Perpetual rewriting….

In 1982, I published The Constitution in Flux, covering different aspects of constitutional change.  One senior lawyer in reviewing the book did offer the view that it was prescient.  I have not written a second edition as such, in part because of the problem of devising a title as good as the original.  Readers have on occasion offered suggestions!  Perhaps best not to repeat what Professor Phil Cowley recommended.

As regular readers will know from an earlier post, I am now working on the manuscript for Governing Britain: Parliament, ministers and our ambiguous constitution, to be published next year by Manchester University Press.  As explained in the earlier post, it is not designed as an update of the 1982 volume, but rather a series of essays addressing different aspects of our ambiguous constitution.  It will overlap with some of the topics covered then, but the focus of several of the chapters will be even more relevant than I anticipated to current events, not least the twin pillars of the constitution (parliamentary sovereignty, rule of law), the relationship of the courts, Parliament, and the executive, and Parliament, the EU and Brexit.  The only problem is that it is a case of almost literary Trotskyism – perpetual rewriting.  One event, such as the Miller/Cherry case, impacts on more than one chapter.  The challenge will be to identify a time at which it is possible to stop and actually submit the manuscript.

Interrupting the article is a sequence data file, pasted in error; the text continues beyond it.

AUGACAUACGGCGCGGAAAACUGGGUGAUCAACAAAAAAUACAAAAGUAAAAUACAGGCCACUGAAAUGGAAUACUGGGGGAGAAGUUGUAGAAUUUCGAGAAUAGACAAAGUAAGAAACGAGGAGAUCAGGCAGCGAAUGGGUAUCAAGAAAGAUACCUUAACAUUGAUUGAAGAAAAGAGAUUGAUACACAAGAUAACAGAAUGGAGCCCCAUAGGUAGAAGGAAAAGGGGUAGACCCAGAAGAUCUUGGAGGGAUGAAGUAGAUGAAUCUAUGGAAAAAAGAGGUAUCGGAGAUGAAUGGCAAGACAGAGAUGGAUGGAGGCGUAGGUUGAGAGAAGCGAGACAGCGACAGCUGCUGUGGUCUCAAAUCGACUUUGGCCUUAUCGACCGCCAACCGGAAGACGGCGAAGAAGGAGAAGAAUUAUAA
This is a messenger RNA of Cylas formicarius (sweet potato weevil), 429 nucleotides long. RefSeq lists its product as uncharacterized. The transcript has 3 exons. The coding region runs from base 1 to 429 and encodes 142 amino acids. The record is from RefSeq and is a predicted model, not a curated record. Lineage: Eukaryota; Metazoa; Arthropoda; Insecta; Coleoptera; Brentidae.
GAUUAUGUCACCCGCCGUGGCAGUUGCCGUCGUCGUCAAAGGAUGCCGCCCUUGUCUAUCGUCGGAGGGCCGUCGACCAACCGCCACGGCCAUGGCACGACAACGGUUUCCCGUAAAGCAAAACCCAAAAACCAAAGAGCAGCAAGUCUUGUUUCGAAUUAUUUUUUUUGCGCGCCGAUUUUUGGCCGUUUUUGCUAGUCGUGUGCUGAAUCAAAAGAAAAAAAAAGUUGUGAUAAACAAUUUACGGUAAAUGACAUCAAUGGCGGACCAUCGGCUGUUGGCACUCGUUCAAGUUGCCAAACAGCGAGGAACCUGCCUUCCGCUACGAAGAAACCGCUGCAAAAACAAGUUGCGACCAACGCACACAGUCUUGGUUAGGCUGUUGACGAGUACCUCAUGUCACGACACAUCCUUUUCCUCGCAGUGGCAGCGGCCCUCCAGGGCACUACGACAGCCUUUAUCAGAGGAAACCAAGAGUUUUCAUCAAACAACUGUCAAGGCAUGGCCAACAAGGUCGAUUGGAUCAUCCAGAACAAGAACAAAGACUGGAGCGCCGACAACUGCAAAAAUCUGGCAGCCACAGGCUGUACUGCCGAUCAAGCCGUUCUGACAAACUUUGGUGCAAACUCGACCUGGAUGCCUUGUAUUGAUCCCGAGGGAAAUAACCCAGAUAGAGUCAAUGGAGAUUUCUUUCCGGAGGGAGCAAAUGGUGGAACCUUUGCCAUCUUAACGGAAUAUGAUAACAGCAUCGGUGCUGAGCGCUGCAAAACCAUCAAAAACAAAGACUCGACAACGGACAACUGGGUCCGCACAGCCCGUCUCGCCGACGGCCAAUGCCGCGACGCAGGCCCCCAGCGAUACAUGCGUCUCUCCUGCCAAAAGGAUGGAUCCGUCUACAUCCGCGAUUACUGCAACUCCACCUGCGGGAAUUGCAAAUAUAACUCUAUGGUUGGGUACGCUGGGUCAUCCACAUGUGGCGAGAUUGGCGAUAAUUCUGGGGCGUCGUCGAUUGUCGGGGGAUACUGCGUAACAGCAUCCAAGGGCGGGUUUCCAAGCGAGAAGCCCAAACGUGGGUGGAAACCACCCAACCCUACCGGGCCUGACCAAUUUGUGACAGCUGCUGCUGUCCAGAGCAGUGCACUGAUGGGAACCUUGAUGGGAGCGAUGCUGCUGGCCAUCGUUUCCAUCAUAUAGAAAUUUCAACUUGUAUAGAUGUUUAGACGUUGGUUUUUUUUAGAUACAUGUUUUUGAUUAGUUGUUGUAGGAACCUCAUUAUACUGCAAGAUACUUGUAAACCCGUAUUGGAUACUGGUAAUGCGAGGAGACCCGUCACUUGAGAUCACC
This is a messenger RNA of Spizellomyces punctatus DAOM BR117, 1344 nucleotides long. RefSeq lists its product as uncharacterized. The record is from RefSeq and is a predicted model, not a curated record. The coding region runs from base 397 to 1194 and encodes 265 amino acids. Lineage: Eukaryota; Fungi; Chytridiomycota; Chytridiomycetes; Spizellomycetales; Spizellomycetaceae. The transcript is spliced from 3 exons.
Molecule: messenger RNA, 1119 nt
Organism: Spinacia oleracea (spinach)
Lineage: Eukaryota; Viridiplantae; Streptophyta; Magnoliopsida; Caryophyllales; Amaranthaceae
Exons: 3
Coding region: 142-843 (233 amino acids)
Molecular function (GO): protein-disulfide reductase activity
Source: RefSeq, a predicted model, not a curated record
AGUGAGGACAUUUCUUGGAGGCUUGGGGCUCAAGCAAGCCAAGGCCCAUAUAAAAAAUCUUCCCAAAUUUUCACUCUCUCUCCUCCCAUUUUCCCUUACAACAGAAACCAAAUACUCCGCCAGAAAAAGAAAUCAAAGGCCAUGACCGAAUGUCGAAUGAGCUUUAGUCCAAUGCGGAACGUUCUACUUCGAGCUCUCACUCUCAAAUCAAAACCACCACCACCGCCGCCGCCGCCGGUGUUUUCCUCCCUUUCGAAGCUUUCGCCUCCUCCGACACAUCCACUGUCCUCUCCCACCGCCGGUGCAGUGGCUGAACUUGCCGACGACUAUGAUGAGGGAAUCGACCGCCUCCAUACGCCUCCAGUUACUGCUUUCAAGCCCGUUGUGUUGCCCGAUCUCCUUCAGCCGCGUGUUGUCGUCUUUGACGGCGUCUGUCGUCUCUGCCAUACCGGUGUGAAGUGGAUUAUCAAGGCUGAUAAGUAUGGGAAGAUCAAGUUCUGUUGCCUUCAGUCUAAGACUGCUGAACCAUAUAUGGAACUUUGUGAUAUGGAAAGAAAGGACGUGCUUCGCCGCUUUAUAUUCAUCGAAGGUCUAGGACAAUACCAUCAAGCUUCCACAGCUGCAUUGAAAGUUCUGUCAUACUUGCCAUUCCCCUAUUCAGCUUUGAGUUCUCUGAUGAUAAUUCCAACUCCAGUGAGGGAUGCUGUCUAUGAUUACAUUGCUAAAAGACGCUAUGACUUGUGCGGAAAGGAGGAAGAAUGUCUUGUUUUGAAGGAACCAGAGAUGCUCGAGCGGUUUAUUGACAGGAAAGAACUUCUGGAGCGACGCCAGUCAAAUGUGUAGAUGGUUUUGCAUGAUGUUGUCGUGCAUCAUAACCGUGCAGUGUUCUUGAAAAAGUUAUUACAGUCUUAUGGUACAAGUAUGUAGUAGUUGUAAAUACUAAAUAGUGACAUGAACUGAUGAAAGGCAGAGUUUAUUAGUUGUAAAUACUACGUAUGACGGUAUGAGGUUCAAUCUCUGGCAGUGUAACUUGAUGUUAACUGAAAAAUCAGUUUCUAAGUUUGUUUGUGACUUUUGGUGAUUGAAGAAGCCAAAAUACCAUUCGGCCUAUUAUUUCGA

One encouraging point, though, is that when I tweeted I was having to revise the manuscript, the number of ‘likes’ was such as to suggest there is a notable market for the book.  Well, I hope that is the correct interpretation.  The Constitution in Flux remained in print for many years…

About Lord Norton

Professor of Government at Hull University, and Member of the House of Lords
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